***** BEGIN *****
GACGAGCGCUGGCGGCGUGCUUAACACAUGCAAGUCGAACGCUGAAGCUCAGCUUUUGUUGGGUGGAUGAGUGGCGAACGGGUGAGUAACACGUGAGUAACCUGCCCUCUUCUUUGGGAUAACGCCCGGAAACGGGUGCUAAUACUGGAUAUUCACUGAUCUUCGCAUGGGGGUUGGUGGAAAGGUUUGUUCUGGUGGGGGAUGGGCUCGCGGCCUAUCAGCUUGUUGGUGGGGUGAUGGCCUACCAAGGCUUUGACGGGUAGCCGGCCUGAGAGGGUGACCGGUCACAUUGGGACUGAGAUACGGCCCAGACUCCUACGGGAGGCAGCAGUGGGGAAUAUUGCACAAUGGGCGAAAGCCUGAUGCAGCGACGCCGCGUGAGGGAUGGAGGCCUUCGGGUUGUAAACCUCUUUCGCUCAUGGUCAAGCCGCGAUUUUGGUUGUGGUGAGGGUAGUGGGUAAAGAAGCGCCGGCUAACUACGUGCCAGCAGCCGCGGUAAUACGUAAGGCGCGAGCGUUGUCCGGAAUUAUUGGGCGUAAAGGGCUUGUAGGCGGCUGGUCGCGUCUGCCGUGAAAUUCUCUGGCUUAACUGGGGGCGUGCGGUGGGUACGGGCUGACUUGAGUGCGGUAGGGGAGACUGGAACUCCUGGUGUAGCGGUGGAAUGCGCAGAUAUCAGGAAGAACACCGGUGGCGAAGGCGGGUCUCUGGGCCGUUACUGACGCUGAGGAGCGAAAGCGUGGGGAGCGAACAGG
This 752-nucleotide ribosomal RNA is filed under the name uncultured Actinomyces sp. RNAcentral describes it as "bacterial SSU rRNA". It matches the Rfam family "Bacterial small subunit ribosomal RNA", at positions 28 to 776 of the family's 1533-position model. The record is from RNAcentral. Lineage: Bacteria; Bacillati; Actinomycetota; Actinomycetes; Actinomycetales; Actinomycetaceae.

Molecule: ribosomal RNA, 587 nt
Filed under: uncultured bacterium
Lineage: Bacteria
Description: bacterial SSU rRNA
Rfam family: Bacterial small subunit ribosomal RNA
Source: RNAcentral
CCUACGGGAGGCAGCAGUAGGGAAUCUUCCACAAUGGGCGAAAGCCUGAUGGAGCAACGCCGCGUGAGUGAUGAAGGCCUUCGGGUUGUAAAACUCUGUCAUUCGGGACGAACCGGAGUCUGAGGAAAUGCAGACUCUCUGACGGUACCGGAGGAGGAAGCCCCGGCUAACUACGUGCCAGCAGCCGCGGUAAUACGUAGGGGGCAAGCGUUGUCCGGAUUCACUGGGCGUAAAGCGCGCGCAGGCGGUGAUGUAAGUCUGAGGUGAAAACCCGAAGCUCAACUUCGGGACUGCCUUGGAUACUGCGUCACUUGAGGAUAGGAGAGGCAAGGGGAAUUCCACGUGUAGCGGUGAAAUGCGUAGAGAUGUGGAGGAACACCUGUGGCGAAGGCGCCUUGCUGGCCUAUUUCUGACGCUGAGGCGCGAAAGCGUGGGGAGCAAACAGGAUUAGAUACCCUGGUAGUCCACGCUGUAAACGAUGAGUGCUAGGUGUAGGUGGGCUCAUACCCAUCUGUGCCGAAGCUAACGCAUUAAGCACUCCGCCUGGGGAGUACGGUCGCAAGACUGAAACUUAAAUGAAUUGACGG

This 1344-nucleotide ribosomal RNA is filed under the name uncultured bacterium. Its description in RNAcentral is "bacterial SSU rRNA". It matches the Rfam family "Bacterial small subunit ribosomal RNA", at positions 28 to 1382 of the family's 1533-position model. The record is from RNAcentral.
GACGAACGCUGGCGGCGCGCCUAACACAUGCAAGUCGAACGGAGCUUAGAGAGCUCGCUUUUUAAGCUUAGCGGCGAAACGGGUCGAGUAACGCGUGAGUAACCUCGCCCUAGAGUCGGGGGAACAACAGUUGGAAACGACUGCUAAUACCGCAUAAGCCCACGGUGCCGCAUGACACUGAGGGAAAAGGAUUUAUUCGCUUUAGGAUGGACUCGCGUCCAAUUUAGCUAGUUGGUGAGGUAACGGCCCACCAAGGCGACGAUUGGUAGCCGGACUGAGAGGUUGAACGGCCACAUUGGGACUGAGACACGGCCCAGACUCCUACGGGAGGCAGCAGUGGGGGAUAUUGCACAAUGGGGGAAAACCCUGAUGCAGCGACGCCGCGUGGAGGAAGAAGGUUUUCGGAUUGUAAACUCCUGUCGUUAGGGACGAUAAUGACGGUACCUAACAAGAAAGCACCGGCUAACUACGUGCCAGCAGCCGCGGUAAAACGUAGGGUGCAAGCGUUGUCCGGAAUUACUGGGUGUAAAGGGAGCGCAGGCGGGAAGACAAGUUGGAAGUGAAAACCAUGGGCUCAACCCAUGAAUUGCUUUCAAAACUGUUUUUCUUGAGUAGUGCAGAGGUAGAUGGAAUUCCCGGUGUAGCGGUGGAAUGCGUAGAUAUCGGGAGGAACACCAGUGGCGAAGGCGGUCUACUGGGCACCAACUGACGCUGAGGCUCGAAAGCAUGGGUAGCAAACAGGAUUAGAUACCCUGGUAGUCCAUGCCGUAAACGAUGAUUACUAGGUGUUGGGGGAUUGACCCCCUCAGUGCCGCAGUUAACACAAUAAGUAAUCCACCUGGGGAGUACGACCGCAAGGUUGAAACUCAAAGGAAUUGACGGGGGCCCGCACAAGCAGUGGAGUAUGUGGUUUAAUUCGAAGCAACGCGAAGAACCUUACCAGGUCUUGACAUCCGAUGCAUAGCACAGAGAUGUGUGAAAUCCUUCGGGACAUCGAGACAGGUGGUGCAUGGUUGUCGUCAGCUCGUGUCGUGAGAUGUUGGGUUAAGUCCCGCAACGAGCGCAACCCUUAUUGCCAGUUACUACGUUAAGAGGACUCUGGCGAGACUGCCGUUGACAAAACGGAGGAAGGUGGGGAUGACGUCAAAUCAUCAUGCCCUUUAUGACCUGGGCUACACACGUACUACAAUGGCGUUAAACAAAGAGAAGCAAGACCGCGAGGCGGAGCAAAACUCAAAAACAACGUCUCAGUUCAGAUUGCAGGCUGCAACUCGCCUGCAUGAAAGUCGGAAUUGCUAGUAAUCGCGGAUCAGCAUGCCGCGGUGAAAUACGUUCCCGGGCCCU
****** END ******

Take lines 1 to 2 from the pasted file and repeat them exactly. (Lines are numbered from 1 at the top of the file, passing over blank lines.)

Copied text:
GACGAGCGCUGGCGGCGUGCUUAACACAUGCAAGUCGAACGCUGAAGCUCAGCUUUUGUUGGGUGGAUGAGUGGCGAACGGGUGAGUAACACGUGAGUAACCUGCCCUCUUCUUUGGGAUAACGCCCGGAAACGGGUGCUAAUACUGGAUAUUCACUGAUCUUCGCAUGGGGGUUGGUGGAAAGGUUUGUUCUGGUGGGGGAUGGGCUCGCGGCCUAUCAGCUUGUUGGUGGGGUGAUGGCCUACCAAGGCUUUGACGGGUAGCCGGCCUGAGAGGGUGACCGGUCACAUUGGGACUGAGAUACGGCCCAGACUCCUACGGGAGGCAGCAGUGGGGAAUAUUGCACAAUGGGCGAAAGCCUGAUGCAGCGACGCCGCGUGAGGGAUGGAGGCCUUCGGGUUGUAAACCUCUUUCGCUCAUGGUCAAGCCGCGAUUUUGGUUGUGGUGAGGGUAGUGGGUAAAGAAGCGCCGGCUAACUACGUGCCAGCAGCCGCGGUAAUACGUAAGGCGCGAGCGUUGUCCGGAAUUAUUGGGCGUAAAGGGCUUGUAGGCGGCUGGUCGCGUCUGCCGUGAAAUUCUCUGGCUUAACUGGGGGCGUGCGGUGGGUACGGGCUGACUUGAGUGCGGUAGGGGAGACUGGAACUCCUGGUGUAGCGGUGGAAUGCGCAGAUAUCAGGAAGAACACCGGUGGCGAAGGCGGGUCUCUGGGCCGUUACUGACGCUGAGGAGCGAAAGCGUGGGGAGCGAACAGG
This 752-nucleotide ribosomal RNA is filed under the name uncultured Actinomyces sp. RNAcentral describes it as "bacterial SSU rRNA". It matches the Rfam family "Bacterial small subunit ribosomal RNA", at positions 28 to 776 of the family's 1533-position model. The record is from RNAcentral. Lineage: Bacteria; Bacillati; Actinomycetota; Actinomycetes; Actinomycetales; Actinomycetaceae.